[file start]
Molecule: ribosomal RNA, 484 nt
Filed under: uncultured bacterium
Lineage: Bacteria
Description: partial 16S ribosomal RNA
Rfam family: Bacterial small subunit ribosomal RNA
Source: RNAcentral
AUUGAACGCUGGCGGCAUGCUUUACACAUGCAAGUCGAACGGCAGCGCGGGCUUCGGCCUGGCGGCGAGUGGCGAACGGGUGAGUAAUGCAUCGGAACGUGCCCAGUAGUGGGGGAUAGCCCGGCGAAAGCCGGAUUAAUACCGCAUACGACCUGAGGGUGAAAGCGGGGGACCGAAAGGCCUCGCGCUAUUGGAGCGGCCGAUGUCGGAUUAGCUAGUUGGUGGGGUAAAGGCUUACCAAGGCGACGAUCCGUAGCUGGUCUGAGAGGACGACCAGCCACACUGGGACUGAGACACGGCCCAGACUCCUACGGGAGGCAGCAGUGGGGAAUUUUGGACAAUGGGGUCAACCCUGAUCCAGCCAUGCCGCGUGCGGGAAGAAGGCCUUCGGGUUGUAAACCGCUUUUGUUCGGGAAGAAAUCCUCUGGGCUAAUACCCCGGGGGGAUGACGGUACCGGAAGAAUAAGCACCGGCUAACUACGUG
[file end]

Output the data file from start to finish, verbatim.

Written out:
Molecule: ribosomal RNA, 484 nt
Filed under: uncultured bacterium
Lineage: Bacteria
Description: partial 16S ribosomal RNA
Rfam family: Bacterial small subunit ribosomal RNA
Source: RNAcentral
AUUGAACGCUGGCGGCAUGCUUUACACAUGCAAGUCGAACGGCAGCGCGGGCUUCGGCCUGGCGGCGAGUGGCGAACGGGUGAGUAAUGCAUCGGAACGUGCCCAGUAGUGGGGGAUAGCCCGGCGAAAGCCGGAUUAAUACCGCAUACGACCUGAGGGUGAAAGCGGGGGACCGAAAGGCCUCGCGCUAUUGGAGCGGCCGAUGUCGGAUUAGCUAGUUGGUGGGGUAAAGGCUUACCAAGGCGACGAUCCGUAGCUGGUCUGAGAGGACGACCAGCCACACUGGGACUGAGACACGGCCCAGACUCCUACGGGAGGCAGCAGUGGGGAAUUUUGGACAAUGGGGUCAACCCUGAUCCAGCCAUGCCGCGUGCGGGAAGAAGGCCUUCGGGUUGUAAACCGCUUUUGUUCGGGAAGAAAUCCUCUGGGCUAAUACCCCGGGGGGAUGACGGUACCGGAAGAAUAAGCACCGGCUAACUACGUG